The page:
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Lot 365: Porsche Typ 962 Group C Racing Coupe

The Scottsdale Sale, Bonhams & Butterfields (19 January 2012)

*Nigel Stroud-designed monocoque *Superb 1987 FIA Championship results *Featured on a Porsche factory poster *Time capsule 'as last raced' condition In motorsport, success is defined by a criteria that can be as varied as the sport itself. While winning is the single most important aspect for a manufacturer, when a particular racecar catches the public's attention, it can take on a life of its own. Books are published and special models are mass produced in a manner that can mirror the on track success. This extra activity is a bonus for the marketing firms and helps secure and confirm the much needed sponsorship that keeps the teams filling the grids. All those models with the sponsor's logos that were sent out as gifts are as collectible today just as the real car is. However, for many teams and drivers that competed in Porsche racecars there was one additional item that was highly prized that helped spur on the on track battles. Porsche was one of the first automotive firms to prioritize promotion of their motorsport activities by use of a limited print run of posters to celebrate a particular victory or event of importance. This wasn't necessarily by choice as funds were limited in those early days and Porsche took advantage of every means available to spread the word in the most economical method. The poster celebrated both official "Werks" entries and championed the results of their customers. Considering the competition through the decades in addition to having to battle not only the private Porsche teams, in many events it was the factory "Werks" cars that were the biggest obstacle in getting to the top step of the podium. If you could manage to get through all that, the effort just might end up on a poster that would show up on walls of automotive shops and enthusiasts' collections throughout the world. The car featured on these pages, RLR 962-106B, is one of those privileged few. Porsche has long enjoyed success by offering customers a solidly built, reliable and competitive racecar. Beginning with the 550 Spyder (some might say the early alloy bodied 356 Gmund coupes) the list is extensive. There were the 904, 906, 907, 908 variants, and the mighty 917 which broke new ground for Porsche's reputation. Then came the turbos, the 934 and 935 and on to the 956 and 962 prototypes that became mainstays for teams competing in national and international Group C events. Upon taking delivery of the 956 in 1983, many teams knew that they were on a learning curve as Porsche with their Rothmans-backed Group C cars had a previous full year of experience. The private teams also had to contend with a full factory effort by Lancia. While the 1983 season did have an occasional triumph for the private teams, this was usually due to a miscue for the Rothmans cars. By 1984, several of the top teams began their own development programs. The German teams such as Joest and Kremer tended to follow the factory upgrades with a few special tweaks of their own. Joest was the most successful at this with back to back wins at Le Mans in 1984 and 1985. The U.K. based teams were far more adventurous in their development of the 956 due to the culture of constantly trying out new techniques and getting ahead of the competition. The failures were quickly discarded and on to the next step in the constant search for that extra advantage. Richard Lloyd understood this mentality perfectly. His Silverstone, U.K. based GTi Engineering was always in motion of bending whatever rule it could to gain an on-track advantage in the British Saloon Car Championship. Lloyd was quick to try modifications to his first Porsche effort at Le Mans in 1982. However, the 924 GTR never fully enjoyed the factory development program it should have, thus making it much more difficult (and costly) for a private outfit to improve on. The 956 was considered a proper race car and a perfect platform to try out new ideas, both subtle and not so subtle. A fine 8th overall at Le Mans in 1983 was followed by a DNF in 1984, however 1985 was a different story. Using their new, in-house built monocoque chassis as drawn up by Nigel Stroud, tagged 956-106B, Lloyd's Canon backed effort battled the Joest 956 all the way to the end of Les 24 Heures before settling for a 2nd overall at the French classic. By the end of the 1986 season a rules change rendered the 956 illegal for safety concerns due to the placement of the drivers foot box and private teams switched over to the 962 which shared most of its components with the original 956. Richard Lloyd was well ahead of the game at this point and his new 962 based Group C entry was visually a radical departure from most of the other Porsches. Influenced by the direction of the Tony Southgate designed Jaguar of Tom Walkinshaw Racing (TWR), Nigel Stroud created a smaller and aerodynamically tidy package for the new car. 1987 was to be a very competitive season for Group C. While the official involvement of Porsche was cut back considerably with regards to Rothmans, (a Werks Rothmans 962C did however win Le Mans that year) the private teams were to benefit from extra factory attention as TWR Jaguar upped the ante with dominating performances for the bulk of the season. One of the few to upset the plans of the big cats from Coventry was Richard Lloyd Racing (the new RLR moniker replacing GTi Engineering) whose 962-106B offered here was driven primarily by Mauro Baldi and Dr. Jonathan Palmer. Although the 1987 season showed mixed results for RLR, when the car was on it was extremely quick and it's placement was owed to that fact. Norisring was a perfect example of the capabilities of 962-106B. The car additionally finished 2nd at the Brands Hatch 1000kms and a respectable 5th at the Nürburgring 1000kms. As to punctuate those assets, the car closed out 1987 with a convincing win driven by Jochen Mass at the Kyalami circuit in South Africa. The Norisring winning 106B was later purchased by the Nisseki Trust team and closed out its competitive career in the Japan Sports Prototype Championship. This effort was rewarded with a series of podium results usually at the hands of drivers George Fouche and Steven Andskar. A number of talented individuals have been associated with Richard Lloyd Racing - from designer Nigel Stroud and stylist Peter Stevens to a roster of drivers including Derek Bell, Bob Wollek, Bruno Giacomelli and Mike Thackwell just to name a few. RLR 962-106B not only carried the banner of Porsche but also exemplified the continuing innovation of those involved in the highest tradition of British motorsport. RLR 962-106B is presented here in the configuration as it last competed in the 1991 Japan Sports Prototype Championship. The car shows much of the original patina from its days as a front line racing car. Offered on on a Bill of Sale.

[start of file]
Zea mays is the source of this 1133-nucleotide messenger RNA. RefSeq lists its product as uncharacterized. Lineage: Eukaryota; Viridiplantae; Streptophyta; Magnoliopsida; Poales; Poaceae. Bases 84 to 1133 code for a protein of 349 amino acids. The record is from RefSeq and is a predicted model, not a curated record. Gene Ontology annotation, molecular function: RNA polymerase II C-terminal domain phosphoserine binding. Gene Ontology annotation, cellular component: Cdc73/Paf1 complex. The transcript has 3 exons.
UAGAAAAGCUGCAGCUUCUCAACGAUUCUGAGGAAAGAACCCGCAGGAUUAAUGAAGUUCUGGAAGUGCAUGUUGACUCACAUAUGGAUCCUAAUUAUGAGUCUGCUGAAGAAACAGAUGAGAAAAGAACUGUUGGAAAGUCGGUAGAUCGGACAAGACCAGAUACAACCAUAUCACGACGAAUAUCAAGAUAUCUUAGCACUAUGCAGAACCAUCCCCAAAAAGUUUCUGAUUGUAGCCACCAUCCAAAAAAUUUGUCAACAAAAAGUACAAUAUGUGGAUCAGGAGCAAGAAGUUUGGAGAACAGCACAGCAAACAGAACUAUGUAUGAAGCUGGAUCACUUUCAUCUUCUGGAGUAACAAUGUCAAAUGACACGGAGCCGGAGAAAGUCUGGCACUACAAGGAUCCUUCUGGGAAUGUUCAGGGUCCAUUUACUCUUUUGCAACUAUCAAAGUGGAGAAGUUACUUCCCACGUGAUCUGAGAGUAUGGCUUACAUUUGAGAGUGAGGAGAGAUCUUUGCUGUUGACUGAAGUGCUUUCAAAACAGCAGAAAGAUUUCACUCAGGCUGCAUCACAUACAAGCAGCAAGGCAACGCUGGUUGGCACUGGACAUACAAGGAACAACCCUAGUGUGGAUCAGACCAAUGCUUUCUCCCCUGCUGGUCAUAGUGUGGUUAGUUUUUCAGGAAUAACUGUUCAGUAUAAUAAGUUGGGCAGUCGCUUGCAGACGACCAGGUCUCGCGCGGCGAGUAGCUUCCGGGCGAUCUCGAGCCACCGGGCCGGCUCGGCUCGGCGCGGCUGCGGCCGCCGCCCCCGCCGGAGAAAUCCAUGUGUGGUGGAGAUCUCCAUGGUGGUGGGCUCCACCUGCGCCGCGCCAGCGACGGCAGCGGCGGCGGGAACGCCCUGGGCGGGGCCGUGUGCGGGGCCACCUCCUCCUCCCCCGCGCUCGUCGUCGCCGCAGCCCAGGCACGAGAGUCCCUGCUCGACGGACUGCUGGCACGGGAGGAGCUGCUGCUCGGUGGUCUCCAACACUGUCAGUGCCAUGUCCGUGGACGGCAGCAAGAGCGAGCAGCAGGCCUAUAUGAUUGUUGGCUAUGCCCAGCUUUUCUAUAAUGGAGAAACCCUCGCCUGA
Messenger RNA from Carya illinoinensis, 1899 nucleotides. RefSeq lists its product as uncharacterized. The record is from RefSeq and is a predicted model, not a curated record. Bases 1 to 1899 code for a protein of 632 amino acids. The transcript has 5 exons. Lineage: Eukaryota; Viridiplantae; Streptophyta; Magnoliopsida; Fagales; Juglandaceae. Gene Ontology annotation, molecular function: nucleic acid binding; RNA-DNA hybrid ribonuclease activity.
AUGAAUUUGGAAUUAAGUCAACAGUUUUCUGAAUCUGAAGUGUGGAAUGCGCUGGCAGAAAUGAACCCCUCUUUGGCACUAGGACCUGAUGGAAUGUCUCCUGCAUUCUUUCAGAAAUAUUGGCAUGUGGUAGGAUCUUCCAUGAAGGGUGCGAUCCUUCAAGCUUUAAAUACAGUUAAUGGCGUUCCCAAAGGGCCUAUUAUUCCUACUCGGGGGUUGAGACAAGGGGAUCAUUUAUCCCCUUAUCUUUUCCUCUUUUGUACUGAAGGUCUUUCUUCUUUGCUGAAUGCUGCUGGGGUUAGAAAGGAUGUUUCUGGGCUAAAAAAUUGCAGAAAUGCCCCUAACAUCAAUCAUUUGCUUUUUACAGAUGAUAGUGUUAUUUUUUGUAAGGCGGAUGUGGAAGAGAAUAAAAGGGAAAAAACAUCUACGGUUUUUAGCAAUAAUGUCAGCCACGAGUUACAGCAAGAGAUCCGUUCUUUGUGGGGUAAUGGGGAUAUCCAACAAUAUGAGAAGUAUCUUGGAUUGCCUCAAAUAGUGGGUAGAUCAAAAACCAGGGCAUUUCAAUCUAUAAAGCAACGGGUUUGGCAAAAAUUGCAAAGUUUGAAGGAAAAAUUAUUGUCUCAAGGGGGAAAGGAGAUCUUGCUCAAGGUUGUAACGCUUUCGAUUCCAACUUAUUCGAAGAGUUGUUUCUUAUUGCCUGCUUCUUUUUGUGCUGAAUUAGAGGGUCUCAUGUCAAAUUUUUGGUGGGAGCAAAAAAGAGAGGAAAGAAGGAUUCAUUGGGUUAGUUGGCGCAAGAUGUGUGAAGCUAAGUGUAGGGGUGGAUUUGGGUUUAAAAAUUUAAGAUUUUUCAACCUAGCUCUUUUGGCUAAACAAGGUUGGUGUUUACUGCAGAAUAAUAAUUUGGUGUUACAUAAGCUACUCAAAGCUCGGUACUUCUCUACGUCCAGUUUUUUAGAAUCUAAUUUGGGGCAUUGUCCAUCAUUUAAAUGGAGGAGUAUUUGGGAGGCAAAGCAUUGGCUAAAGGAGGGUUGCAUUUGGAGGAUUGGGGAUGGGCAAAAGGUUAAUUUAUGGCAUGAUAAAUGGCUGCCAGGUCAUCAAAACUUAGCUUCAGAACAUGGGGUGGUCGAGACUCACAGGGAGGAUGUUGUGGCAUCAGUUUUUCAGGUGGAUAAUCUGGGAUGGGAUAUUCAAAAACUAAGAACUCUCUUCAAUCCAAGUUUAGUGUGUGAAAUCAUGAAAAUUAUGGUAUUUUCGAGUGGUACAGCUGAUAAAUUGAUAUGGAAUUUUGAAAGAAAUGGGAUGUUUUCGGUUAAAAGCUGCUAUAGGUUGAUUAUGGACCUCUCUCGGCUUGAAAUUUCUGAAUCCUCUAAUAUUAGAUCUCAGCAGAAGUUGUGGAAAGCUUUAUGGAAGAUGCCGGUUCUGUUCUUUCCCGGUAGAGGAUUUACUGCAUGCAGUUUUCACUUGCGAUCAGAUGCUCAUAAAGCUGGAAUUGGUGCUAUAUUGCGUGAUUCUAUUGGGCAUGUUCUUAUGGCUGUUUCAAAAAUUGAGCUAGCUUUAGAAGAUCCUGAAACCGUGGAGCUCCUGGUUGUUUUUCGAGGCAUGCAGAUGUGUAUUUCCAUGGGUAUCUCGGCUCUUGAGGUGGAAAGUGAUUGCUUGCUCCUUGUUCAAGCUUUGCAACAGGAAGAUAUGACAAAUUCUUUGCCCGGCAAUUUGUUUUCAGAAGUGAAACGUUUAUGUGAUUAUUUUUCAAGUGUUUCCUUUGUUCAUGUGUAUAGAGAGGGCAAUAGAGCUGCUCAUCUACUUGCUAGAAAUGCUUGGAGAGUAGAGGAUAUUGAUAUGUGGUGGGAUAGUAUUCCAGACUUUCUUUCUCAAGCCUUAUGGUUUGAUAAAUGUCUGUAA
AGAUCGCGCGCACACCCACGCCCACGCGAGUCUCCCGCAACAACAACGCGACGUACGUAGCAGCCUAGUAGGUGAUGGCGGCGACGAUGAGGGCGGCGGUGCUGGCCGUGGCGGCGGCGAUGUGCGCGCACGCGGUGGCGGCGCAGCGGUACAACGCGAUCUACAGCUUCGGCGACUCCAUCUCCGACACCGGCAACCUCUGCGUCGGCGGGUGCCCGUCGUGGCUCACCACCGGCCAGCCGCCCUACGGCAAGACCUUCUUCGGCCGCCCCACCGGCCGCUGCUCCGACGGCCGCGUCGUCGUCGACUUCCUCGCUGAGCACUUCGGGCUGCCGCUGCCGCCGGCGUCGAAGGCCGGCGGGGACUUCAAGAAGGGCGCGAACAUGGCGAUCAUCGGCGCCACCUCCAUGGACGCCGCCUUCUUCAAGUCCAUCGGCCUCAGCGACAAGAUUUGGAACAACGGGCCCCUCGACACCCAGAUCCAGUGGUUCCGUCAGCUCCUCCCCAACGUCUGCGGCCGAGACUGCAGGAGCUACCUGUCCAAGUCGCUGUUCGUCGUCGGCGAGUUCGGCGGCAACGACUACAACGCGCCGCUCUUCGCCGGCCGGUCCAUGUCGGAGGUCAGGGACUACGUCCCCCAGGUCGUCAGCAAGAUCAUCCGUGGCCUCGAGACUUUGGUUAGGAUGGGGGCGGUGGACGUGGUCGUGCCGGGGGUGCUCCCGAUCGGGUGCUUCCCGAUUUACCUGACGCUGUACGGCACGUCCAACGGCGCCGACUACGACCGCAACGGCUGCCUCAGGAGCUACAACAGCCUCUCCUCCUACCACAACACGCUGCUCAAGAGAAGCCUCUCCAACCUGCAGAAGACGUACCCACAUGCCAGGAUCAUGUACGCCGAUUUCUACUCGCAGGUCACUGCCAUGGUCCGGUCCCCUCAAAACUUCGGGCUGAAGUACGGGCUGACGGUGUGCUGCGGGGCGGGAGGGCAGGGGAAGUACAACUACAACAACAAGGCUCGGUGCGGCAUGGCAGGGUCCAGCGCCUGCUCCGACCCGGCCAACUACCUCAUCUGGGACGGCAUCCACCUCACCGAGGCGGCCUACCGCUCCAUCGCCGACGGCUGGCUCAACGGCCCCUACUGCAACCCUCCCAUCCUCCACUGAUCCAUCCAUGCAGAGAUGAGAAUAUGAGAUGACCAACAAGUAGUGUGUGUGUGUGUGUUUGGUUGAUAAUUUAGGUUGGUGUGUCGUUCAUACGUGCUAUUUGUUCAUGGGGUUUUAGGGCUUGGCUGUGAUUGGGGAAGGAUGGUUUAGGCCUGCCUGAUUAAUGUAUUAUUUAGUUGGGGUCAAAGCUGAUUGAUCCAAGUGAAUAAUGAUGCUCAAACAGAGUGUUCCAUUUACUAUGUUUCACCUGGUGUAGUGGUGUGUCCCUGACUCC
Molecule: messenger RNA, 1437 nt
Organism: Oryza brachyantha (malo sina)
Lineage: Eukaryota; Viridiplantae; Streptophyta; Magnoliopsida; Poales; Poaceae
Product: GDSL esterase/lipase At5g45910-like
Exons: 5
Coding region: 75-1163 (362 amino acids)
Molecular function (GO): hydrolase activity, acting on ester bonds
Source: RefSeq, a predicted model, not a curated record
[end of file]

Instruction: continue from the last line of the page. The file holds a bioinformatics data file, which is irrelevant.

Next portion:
Lot Details
Auction The Scottsdale Sale
Bonhams & Butterfields, Arizona, Scottsdale
Lot Number365
Outcome NOT SOLD
Hammer Price-
Hammer Price (inc premium)-
Condition rating
Registration number
Chassis numberRLR 962-106B
Engine number956 348
Engine capacity (cc)
Engine - cylinders
Number of doors